Since there was no internet available in the rooms where the panels were held – I found myself taking notes on my laptop. 37 pages of notes later and sitting at home alone trying to convert those notes into coherent posts and I found it hard sometimes to not be overwhelmed. It was interesting to try and strike a balance between sharing the ideas the panelists had presented and including my own insights. I think what I ended up with was a decent mix – with the opportunity to include ideas about the connections among many of the panel topics, as well as other ideas and websites from outside the conference. On the downside – I never did finish writing up all the talks I took notes on. The scale of the task got to me – and realized that I had started to wish I could write about something else. So I did!

I do wonder how different my posts would have been if I could have posted them live. I think that I would have covered a greater breadth of speakers – but with a loss of depth. I would have had less opportunity to reflect on how the speakers talks connected with the rest of the archival world – especially those examples and other ideas I was able to link to as a result of my extra time.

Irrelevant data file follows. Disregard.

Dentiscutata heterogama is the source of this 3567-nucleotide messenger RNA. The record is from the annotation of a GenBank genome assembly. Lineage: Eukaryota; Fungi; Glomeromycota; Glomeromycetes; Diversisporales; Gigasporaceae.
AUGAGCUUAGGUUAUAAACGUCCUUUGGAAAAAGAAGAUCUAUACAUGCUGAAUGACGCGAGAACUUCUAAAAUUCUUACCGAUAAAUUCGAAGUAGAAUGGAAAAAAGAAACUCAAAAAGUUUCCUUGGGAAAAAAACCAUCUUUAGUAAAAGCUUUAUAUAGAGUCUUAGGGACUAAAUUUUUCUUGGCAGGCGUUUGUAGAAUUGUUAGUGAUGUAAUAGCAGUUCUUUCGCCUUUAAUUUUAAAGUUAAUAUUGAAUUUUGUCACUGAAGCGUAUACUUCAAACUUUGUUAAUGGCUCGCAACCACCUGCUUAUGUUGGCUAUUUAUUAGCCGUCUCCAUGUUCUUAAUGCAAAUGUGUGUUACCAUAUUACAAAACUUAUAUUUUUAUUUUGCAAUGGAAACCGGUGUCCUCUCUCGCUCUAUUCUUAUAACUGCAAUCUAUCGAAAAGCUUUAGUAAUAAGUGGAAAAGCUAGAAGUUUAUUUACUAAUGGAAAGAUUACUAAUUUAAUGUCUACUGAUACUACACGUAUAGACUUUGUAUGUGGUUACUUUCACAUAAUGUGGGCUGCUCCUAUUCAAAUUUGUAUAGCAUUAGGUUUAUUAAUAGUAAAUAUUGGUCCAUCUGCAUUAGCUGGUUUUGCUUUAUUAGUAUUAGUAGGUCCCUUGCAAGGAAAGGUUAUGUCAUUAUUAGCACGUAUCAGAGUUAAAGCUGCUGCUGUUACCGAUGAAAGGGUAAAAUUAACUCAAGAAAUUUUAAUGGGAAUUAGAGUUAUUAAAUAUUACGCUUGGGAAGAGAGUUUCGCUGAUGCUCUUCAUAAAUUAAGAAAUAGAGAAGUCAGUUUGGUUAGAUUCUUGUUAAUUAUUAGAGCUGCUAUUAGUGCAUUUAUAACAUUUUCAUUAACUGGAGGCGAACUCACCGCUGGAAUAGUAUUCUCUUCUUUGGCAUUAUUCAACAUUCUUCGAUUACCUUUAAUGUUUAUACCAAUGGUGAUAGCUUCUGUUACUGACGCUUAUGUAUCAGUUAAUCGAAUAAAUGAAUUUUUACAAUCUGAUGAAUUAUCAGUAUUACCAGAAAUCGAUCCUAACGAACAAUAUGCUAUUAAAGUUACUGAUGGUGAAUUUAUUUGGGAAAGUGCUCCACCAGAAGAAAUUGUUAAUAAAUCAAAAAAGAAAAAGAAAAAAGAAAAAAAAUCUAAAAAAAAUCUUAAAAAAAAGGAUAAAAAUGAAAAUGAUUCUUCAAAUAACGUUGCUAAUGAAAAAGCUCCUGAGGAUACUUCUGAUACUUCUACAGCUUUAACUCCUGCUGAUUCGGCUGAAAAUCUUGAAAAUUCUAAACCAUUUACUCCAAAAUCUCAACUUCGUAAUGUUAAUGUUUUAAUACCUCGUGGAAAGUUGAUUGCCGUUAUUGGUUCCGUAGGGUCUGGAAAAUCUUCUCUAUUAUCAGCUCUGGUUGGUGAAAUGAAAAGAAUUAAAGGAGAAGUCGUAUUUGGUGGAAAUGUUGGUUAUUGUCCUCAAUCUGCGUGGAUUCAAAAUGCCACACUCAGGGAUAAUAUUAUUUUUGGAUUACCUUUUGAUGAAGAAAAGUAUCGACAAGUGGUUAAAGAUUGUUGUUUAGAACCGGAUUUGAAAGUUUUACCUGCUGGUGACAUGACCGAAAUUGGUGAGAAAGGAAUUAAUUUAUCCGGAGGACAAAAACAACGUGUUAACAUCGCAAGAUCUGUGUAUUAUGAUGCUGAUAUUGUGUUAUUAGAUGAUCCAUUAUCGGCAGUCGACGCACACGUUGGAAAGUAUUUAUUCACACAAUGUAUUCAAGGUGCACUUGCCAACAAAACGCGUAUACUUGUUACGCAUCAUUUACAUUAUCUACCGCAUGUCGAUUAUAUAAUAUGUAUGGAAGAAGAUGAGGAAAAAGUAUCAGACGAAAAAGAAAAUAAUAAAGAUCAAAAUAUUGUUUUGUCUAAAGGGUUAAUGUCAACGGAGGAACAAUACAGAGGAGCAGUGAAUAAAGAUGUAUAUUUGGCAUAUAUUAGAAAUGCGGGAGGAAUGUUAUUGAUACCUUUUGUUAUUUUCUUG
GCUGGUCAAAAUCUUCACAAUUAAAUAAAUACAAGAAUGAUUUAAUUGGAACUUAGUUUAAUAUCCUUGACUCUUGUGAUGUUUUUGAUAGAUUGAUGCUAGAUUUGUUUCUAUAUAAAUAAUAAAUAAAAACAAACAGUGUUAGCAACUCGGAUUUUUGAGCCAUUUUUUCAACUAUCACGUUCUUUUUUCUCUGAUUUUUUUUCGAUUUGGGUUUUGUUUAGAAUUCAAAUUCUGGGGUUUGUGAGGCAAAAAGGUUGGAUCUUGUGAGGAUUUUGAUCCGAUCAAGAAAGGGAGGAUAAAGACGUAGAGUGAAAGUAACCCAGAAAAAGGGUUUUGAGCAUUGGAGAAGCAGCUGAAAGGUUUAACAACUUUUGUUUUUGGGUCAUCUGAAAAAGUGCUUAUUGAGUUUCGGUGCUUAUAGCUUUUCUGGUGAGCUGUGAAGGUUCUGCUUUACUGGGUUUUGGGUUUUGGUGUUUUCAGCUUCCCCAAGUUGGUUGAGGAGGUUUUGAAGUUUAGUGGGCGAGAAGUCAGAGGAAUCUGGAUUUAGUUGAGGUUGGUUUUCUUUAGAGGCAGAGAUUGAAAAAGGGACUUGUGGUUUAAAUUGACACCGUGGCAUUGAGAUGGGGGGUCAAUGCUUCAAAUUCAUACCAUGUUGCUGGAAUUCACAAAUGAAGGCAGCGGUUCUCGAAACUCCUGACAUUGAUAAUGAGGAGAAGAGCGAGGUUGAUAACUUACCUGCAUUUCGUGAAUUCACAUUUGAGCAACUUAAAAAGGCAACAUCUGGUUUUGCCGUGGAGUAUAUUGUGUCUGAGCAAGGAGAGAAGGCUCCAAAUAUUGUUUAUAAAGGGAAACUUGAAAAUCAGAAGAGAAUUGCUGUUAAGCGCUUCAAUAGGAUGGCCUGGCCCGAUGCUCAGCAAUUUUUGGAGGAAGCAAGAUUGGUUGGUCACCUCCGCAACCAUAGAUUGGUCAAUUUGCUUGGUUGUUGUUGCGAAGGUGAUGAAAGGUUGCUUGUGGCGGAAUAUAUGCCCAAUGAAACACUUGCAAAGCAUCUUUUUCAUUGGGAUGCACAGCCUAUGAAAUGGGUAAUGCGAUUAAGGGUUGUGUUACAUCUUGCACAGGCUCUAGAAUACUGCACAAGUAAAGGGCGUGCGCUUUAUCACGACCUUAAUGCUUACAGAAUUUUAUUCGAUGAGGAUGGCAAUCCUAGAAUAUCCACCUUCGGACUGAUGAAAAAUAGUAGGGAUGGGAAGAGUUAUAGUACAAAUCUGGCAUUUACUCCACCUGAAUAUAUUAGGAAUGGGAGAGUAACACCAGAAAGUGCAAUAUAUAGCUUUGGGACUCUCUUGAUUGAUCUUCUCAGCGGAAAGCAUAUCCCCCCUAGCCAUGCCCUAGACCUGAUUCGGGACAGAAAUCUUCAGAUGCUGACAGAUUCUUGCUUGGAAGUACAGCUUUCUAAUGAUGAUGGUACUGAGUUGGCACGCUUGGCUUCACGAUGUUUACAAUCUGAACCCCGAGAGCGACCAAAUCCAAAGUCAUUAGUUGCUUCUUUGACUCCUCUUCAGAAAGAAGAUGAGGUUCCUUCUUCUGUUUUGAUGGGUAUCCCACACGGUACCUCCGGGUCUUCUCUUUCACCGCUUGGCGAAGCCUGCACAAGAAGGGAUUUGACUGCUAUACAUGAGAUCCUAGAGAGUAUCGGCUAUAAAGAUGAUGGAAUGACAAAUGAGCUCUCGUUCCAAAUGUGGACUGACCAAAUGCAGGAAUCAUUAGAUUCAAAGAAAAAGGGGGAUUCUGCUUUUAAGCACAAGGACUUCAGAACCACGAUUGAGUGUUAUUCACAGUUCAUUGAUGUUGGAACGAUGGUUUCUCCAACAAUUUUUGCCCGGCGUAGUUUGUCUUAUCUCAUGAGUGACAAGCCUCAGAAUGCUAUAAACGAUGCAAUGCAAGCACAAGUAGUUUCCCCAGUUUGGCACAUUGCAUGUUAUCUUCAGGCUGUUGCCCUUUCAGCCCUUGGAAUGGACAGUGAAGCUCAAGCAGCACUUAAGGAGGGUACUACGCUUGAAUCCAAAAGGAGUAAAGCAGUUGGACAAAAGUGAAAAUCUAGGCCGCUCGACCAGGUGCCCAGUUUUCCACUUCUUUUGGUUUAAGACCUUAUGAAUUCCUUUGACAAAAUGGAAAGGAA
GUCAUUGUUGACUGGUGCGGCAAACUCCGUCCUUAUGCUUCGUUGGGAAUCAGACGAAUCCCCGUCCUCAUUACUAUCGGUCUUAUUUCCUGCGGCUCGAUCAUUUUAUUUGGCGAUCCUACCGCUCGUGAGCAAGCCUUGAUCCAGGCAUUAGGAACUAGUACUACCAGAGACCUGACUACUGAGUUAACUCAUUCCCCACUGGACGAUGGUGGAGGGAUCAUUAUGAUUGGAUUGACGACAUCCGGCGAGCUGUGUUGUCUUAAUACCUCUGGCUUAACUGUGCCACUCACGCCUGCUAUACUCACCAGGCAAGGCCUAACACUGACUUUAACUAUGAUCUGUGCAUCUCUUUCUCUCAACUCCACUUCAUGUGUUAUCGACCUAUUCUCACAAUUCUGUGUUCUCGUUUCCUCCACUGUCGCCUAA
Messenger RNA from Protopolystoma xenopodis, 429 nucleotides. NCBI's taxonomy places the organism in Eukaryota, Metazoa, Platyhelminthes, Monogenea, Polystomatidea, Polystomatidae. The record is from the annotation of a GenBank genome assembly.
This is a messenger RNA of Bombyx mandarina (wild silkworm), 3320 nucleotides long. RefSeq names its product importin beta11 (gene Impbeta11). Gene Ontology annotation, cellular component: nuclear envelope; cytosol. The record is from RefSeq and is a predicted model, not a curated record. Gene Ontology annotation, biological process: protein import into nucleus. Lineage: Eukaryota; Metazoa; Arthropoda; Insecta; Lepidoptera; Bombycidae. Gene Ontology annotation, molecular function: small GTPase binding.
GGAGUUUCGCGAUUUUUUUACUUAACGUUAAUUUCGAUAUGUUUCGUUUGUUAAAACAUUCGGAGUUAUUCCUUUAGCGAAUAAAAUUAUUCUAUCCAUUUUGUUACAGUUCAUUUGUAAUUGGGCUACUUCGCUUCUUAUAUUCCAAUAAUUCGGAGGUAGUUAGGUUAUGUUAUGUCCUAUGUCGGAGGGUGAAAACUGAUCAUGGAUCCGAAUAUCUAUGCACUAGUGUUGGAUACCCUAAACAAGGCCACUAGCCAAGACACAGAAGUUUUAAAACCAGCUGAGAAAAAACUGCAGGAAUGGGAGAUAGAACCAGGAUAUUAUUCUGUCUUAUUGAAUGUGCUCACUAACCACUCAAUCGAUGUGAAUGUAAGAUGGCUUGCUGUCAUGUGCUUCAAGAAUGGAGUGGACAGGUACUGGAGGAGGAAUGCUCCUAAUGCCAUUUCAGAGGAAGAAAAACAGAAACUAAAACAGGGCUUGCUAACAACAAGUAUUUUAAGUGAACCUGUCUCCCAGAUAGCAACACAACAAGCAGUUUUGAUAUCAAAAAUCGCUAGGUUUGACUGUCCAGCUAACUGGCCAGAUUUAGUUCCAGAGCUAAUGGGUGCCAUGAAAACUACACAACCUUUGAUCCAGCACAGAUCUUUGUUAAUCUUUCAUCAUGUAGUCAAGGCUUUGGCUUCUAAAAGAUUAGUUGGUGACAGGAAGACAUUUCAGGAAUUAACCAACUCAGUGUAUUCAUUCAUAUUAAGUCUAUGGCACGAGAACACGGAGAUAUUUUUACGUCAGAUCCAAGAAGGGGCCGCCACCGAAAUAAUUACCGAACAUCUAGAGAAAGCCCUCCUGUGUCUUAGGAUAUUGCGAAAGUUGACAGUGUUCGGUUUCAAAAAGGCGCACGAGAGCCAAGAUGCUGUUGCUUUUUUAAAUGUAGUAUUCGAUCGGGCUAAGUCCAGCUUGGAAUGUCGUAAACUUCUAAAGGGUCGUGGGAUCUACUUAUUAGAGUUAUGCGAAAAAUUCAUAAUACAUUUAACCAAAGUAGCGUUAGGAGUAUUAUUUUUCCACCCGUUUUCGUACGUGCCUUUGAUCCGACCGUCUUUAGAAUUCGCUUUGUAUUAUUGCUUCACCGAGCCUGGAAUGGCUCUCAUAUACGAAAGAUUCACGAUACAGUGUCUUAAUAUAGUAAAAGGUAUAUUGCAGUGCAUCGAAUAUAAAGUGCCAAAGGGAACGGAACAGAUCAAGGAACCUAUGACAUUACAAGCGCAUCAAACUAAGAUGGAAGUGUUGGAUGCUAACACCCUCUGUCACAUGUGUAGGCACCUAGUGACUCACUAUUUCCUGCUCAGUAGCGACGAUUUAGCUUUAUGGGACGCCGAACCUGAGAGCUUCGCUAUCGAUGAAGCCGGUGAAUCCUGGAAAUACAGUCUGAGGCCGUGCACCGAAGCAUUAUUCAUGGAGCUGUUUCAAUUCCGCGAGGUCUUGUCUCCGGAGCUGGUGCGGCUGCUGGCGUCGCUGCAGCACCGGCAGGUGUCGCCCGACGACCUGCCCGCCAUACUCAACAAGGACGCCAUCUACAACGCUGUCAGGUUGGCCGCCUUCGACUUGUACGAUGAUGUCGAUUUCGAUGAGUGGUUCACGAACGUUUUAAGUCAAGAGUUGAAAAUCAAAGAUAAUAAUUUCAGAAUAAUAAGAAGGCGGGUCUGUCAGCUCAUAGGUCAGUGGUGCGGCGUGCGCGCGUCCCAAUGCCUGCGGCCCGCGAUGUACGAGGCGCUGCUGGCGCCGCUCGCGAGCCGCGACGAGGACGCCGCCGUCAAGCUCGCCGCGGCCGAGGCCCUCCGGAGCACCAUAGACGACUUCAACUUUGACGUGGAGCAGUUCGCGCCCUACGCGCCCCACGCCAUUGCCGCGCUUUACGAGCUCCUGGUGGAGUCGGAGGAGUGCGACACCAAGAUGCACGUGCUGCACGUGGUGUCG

I hope that we (ie, anyone who wants to try their hand at it) can coordinate a broader group of bloggers at SAA 2007 in Chicago, both to expose the ideas presented with those who could not attend as well as to permit further reflection on connections among all the new ideas that might otherwise be hard to share. The library community is ahead of us on this front. Take a look at the page for the Public Library Associations’ recent conference in Boston. This page gives people an easy link to view the posts from the PLA 2006 conference – while spreading the work among many keyboards. Perhaps there is a place for something like this in the future of archives conferences.